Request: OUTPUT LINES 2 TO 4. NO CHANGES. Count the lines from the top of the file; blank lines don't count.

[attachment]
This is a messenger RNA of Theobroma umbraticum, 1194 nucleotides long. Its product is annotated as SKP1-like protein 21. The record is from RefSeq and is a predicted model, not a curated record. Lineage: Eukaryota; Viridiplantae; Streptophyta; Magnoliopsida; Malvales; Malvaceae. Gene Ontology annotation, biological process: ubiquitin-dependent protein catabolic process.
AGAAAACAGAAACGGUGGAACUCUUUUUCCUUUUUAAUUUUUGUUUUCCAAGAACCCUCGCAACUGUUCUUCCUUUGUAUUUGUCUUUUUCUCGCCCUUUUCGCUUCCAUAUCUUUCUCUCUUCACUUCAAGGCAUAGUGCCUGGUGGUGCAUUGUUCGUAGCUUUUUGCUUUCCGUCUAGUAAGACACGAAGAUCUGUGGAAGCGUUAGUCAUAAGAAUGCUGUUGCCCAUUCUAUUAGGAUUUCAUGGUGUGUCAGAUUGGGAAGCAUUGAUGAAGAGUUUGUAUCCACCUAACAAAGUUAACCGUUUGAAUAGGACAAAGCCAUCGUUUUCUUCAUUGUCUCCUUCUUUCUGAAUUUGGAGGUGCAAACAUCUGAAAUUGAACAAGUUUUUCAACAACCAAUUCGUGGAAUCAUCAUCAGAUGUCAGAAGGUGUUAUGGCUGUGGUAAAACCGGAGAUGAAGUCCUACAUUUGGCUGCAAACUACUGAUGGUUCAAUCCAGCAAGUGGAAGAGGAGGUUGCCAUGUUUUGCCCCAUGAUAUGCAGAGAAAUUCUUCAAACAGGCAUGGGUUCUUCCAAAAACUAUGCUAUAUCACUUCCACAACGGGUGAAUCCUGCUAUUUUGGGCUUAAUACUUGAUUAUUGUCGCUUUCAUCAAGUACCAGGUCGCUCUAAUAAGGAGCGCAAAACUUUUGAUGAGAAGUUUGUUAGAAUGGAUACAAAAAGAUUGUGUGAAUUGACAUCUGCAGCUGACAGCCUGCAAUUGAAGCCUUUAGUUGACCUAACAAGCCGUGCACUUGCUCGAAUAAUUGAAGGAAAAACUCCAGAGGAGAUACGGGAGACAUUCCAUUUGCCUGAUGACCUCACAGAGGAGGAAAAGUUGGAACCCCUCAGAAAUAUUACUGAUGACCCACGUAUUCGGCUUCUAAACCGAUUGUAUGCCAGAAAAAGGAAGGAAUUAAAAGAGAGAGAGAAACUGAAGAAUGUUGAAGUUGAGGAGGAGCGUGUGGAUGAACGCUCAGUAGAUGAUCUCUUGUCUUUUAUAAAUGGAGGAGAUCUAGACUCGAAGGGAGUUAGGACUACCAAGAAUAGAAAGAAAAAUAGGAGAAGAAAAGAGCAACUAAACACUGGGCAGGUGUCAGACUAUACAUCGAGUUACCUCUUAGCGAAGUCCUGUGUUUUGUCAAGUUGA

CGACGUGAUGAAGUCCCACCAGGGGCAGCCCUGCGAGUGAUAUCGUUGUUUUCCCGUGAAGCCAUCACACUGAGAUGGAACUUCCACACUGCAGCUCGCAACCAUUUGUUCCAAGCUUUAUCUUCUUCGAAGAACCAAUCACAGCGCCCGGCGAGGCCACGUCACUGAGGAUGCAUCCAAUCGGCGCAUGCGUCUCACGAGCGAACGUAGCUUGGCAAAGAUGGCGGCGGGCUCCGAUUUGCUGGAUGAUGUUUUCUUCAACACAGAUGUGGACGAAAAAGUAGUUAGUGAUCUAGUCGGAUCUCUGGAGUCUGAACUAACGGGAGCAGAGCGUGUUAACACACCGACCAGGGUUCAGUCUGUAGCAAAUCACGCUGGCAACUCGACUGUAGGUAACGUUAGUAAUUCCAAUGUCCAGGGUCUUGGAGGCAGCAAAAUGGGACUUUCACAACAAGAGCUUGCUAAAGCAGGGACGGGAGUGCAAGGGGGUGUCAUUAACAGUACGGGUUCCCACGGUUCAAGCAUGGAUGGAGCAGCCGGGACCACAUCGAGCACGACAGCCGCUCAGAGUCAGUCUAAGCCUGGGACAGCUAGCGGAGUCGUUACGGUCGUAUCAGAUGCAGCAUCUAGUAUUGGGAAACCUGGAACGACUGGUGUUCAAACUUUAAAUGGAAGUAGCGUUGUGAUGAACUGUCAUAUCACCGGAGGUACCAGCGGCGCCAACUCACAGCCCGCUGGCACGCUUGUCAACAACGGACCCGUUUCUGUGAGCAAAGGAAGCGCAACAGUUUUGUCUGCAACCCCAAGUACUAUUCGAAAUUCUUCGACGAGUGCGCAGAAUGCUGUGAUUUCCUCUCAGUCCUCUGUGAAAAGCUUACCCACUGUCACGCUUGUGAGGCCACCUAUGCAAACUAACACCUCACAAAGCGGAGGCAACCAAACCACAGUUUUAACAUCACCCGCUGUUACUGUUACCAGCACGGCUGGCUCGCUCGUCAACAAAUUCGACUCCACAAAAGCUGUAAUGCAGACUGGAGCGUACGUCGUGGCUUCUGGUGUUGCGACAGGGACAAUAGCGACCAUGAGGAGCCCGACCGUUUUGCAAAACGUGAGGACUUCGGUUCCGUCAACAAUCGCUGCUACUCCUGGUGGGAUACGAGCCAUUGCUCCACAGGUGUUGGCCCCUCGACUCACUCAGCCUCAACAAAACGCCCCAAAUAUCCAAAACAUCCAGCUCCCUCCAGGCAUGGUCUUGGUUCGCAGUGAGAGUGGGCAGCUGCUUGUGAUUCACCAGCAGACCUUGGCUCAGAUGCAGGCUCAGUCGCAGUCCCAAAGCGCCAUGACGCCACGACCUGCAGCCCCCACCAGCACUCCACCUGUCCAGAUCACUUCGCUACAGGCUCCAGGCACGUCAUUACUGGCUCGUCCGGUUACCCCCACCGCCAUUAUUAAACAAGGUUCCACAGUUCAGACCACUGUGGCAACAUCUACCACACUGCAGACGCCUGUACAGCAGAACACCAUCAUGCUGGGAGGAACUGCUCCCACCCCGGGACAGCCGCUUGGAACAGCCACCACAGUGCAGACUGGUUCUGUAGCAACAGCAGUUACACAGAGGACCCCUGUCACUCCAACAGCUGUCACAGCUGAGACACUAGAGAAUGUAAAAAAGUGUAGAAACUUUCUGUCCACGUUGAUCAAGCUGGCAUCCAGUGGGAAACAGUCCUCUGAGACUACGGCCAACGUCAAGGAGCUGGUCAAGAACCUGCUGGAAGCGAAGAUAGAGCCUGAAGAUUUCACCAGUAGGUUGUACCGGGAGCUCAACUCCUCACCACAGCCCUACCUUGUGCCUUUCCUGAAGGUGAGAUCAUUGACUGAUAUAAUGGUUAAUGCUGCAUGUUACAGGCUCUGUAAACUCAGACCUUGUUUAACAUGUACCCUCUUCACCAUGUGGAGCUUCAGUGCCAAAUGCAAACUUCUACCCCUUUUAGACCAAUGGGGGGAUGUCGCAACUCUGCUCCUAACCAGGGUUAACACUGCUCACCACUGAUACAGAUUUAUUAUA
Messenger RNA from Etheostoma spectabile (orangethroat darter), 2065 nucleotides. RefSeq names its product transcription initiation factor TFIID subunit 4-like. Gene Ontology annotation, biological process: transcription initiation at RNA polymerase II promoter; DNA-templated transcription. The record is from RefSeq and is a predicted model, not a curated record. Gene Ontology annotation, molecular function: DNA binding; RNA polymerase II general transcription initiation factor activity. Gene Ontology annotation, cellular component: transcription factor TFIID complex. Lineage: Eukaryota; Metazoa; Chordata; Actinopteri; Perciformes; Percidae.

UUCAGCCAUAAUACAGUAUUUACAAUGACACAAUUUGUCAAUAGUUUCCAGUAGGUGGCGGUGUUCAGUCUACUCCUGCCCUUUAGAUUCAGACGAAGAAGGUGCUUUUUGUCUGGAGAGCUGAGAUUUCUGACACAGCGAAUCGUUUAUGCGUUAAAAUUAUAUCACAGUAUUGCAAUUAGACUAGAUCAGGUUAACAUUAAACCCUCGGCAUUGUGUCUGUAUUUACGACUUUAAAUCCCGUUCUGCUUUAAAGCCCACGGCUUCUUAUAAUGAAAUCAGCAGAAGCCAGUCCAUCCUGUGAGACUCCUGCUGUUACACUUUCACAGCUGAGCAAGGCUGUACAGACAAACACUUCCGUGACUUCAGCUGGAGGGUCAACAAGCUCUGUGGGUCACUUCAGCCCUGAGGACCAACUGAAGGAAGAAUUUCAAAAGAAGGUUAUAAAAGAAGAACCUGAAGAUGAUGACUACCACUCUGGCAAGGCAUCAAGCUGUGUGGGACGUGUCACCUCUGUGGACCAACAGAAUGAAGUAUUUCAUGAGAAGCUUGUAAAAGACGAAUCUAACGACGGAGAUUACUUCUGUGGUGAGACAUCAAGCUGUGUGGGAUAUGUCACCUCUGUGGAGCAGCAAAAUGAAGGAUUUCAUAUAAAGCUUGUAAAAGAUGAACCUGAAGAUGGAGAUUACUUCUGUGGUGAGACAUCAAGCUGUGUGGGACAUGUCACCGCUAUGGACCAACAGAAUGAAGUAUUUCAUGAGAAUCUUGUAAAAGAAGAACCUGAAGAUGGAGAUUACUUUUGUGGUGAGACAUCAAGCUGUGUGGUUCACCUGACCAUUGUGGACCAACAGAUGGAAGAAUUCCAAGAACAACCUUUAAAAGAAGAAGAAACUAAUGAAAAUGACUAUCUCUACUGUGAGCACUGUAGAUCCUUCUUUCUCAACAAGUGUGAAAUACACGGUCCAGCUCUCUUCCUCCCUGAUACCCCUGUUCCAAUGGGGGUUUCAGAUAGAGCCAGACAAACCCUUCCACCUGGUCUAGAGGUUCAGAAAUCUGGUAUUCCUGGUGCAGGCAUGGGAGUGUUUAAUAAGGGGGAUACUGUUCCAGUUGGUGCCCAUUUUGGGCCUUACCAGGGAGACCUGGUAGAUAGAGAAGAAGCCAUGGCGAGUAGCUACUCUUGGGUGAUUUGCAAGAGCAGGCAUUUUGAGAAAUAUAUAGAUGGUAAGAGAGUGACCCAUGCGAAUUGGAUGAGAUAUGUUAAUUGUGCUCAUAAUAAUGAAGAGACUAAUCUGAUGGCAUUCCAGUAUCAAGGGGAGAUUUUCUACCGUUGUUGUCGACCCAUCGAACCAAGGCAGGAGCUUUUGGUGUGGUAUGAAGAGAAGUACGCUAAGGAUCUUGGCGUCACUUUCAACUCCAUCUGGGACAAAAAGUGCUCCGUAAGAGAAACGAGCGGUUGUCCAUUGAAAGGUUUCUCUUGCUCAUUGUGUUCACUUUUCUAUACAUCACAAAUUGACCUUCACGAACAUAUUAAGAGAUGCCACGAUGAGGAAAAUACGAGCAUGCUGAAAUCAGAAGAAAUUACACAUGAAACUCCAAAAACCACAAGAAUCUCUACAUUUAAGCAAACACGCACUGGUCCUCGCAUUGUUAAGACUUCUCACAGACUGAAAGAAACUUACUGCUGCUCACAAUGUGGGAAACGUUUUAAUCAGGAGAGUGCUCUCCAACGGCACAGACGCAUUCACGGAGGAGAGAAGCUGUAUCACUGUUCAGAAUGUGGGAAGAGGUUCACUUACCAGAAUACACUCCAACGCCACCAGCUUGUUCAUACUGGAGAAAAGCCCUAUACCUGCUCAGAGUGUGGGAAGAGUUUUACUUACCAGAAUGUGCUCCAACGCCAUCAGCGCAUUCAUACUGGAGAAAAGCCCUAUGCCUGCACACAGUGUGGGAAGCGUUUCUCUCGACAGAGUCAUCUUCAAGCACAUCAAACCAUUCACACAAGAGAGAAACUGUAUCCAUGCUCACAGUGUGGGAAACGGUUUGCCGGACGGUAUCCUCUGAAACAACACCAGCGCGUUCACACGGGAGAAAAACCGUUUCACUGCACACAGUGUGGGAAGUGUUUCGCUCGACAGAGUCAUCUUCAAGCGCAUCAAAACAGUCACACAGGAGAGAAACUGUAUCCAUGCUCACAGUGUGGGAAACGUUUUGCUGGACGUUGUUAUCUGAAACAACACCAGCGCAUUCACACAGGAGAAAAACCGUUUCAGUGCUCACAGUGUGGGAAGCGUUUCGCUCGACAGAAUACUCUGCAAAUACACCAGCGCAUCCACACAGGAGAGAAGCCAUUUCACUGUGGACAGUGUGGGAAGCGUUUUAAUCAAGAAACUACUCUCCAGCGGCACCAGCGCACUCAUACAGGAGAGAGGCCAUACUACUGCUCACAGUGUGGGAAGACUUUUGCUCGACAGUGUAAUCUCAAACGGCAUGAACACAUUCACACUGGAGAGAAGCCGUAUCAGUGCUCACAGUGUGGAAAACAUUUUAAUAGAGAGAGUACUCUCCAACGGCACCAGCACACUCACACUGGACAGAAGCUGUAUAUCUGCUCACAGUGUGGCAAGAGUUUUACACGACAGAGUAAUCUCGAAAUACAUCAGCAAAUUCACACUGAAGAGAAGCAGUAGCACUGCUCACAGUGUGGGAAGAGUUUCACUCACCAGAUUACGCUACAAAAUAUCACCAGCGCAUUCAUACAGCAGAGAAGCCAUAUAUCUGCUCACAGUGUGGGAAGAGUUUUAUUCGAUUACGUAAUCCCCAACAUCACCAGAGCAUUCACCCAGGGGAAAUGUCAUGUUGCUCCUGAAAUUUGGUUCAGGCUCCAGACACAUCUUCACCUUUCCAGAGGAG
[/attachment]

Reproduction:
AGAAAACAGAAACGGUGGAACUCUUUUUCCUUUUUAAUUUUUGUUUUCCAAGAACCCUCGCAACUGUUCUUCCUUUGUAUUUGUCUUUUUCUCGCCCUUUUCGCUUCCAUAUCUUUCUCUCUUCACUUCAAGGCAUAGUGCCUGGUGGUGCAUUGUUCGUAGCUUUUUGCUUUCCGUCUAGUAAGACACGAAGAUCUGUGGAAGCGUUAGUCAUAAGAAUGCUGUUGCCCAUUCUAUUAGGAUUUCAUGGUGUGUCAGAUUGGGAAGCAUUGAUGAAGAGUUUGUAUCCACCUAACAAAGUUAACCGUUUGAAUAGGACAAAGCCAUCGUUUUCUUCAUUGUCUCCUUCUUUCUGAAUUUGGAGGUGCAAACAUCUGAAAUUGAACAAGUUUUUCAACAACCAAUUCGUGGAAUCAUCAUCAGAUGUCAGAAGGUGUUAUGGCUGUGGUAAAACCGGAGAUGAAGUCCUACAUUUGGCUGCAAACUACUGAUGGUUCAAUCCAGCAAGUGGAAGAGGAGGUUGCCAUGUUUUGCCCCAUGAUAUGCAGAGAAAUUCUUCAAACAGGCAUGGGUUCUUCCAAAAACUAUGCUAUAUCACUUCCACAACGGGUGAAUCCUGCUAUUUUGGGCUUAAUACUUGAUUAUUGUCGCUUUCAUCAAGUACCAGGUCGCUCUAAUAAGGAGCGCAAAACUUUUGAUGAGAAGUUUGUUAGAAUGGAUACAAAAAGAUUGUGUGAAUUGACAUCUGCAGCUGACAGCCUGCAAUUGAAGCCUUUAGUUGACCUAACAAGCCGUGCACUUGCUCGAAUAAUUGAAGGAAAAACUCCAGAGGAGAUACGGGAGACAUUCCAUUUGCCUGAUGACCUCACAGAGGAGGAAAAGUUGGAACCCCUCAGAAAUAUUACUGAUGACCCACGUAUUCGGCUUCUAAACCGAUUGUAUGCCAGAAAAAGGAAGGAAUUAAAAGAGAGAGAGAAACUGAAGAAUGUUGAAGUUGAGGAGGAGCGUGUGGAUGAACGCUCAGUAGAUGAUCUCUUGUCUUUUAUAAAUGGAGGAGAUCUAGACUCGAAGGGAGUUAGGACUACCAAGAAUAGAAAGAAAAAUAGGAGAAGAAAAGAGCAACUAAACACUGGGCAGGUGUCAGACUAUACAUCGAGUUACCUCUUAGCGAAGUCCUGUGUUUUGUCAAGUUGA

CGACGUGAUGAAGUCCCACCAGGGGCAGCCCUGCGAGUGAUAUCGUUGUUUUCCCGUGAAGCCAUCACACUGAGAUGGAACUUCCACACUGCAGCUCGCAACCAUUUGUUCCAAGCUUUAUCUUCUUCGAAGAACCAAUCACAGCGCCCGGCGAGGCCACGUCACUGAGGAUGCAUCCAAUCGGCGCAUGCGUCUCACGAGCGAACGUAGCUUGGCAAAGAUGGCGGCGGGCUCCGAUUUGCUGGAUGAUGUUUUCUUCAACACAGAUGUGGACGAAAAAGUAGUUAGUGAUCUAGUCGGAUCUCUGGAGUCUGAACUAACGGGAGCAGAGCGUGUUAACACACCGACCAGGGUUCAGUCUGUAGCAAAUCACGCUGGCAACUCGACUGUAGGUAACGUUAGUAAUUCCAAUGUCCAGGGUCUUGGAGGCAGCAAAAUGGGACUUUCACAACAAGAGCUUGCUAAAGCAGGGACGGGAGUGCAAGGGGGUGUCAUUAACAGUACGGGUUCCCACGGUUCAAGCAUGGAUGGAGCAGCCGGGACCACAUCGAGCACGACAGCCGCUCAGAGUCAGUCUAAGCCUGGGACAGCUAGCGGAGUCGUUACGGUCGUAUCAGAUGCAGCAUCUAGUAUUGGGAAACCUGGAACGACUGGUGUUCAAACUUUAAAUGGAAGUAGCGUUGUGAUGAACUGUCAUAUCACCGGAGGUACCAGCGGCGCCAACUCACAGCCCGCUGGCACGCUUGUCAACAACGGACCCGUUUCUGUGAGCAAAGGAAGCGCAACAGUUUUGUCUGCAACCCCAAGUACUAUUCGAAAUUCUUCGACGAGUGCGCAGAAUGCUGUGAUUUCCUCUCAGUCCUCUGUGAAAAGCUUACCCACUGUCACGCUUGUGAGGCCACCUAUGCAAACUAACACCUCACAAAGCGGAGGCAACCAAACCACAGUUUUAACAUCACCCGCUGUUACUGUUACCAGCACGGCUGGCUCGCUCGUCAACAAAUUCGACUCCACAAAAGCUGUAAUGCAGACUGGAGCGUACGUCGUGGCUUCUGGUGUUGCGACAGGGACAAUAGCGACCAUGAGGAGCCCGACCGUUUUGCAAAACGUGAGGACUUCGGUUCCGUCAACAAUCGCUGCUACUCCUGGUGGGAUACGAGCCAUUGCUCCACAGGUGUUGGCCCCUCGACUCACUCAGCCUCAACAAAACGCCCCAAAUAUCCAAAACAUCCAGCUCCCUCCAGGCAUGGUCUUGGUUCGCAGUGAGAGUGGGCAGCUGCUUGUGAUUCACCAGCAGACCUUGGCUCAGAUGCAGGCUCAGUCGCAGUCCCAAAGCGCCAUGACGCCACGACCUGCAGCCCCCACCAGCACUCCACCUGUCCAGAUCACUUCGCUACAGGCUCCAGGCACGUCAUUACUGGCUCGUCCGGUUACCCCCACCGCCAUUAUUAAACAAGGUUCCACAGUUCAGACCACUGUGGCAACAUCUACCACACUGCAGACGCCUGUACAGCAGAACACCAUCAUGCUGGGAGGAACUGCUCCCACCCCGGGACAGCCGCUUGGAACAGCCACCACAGUGCAGACUGGUUCUGUAGCAACAGCAGUUACACAGAGGACCCCUGUCACUCCAACAGCUGUCACAGCUGAGACACUAGAGAAUGUAAAAAAGUGUAGAAACUUUCUGUCCACGUUGAUCAAGCUGGCAUCCAGUGGGAAACAGUCCUCUGAGACUACGGCCAACGUCAAGGAGCUGGUCAAGAACCUGCUGGAAGCGAAGAUAGAGCCUGAAGAUUUCACCAGUAGGUUGUACCGGGAGCUCAACUCCUCACCACAGCCCUACCUUGUGCCUUUCCUGAAGGUGAGAUCAUUGACUGAUAUAAUGGUUAAUGCUGCAUGUUACAGGCUCUGUAAACUCAGACCUUGUUUAACAUGUACCCUCUUCACCAUGUGGAGCUUCAGUGCCAAAUGCAAACUUCUACCCCUUUUAGACCAAUGGGGGGAUGUCGCAACUCUGCUCCUAACCAGGGUUAACACUGCUCACCACUGAUACAGAUUUAUUAUA
Messenger RNA from Etheostoma spectabile (orangethroat darter), 2065 nucleotides. RefSeq names its product transcription initiation factor TFIID subunit 4-like. Gene Ontology annotation, biological process: transcription initiation at RNA polymerase II promoter; DNA-templated transcription. The record is from RefSeq and is a predicted model, not a curated record. Gene Ontology annotation, molecular function: DNA binding; RNA polymerase II general transcription initiation factor activity. Gene Ontology annotation, cellular component: transcription factor TFIID complex. Lineage: Eukaryota; Metazoa; Chordata; Actinopteri; Perciformes; Percidae.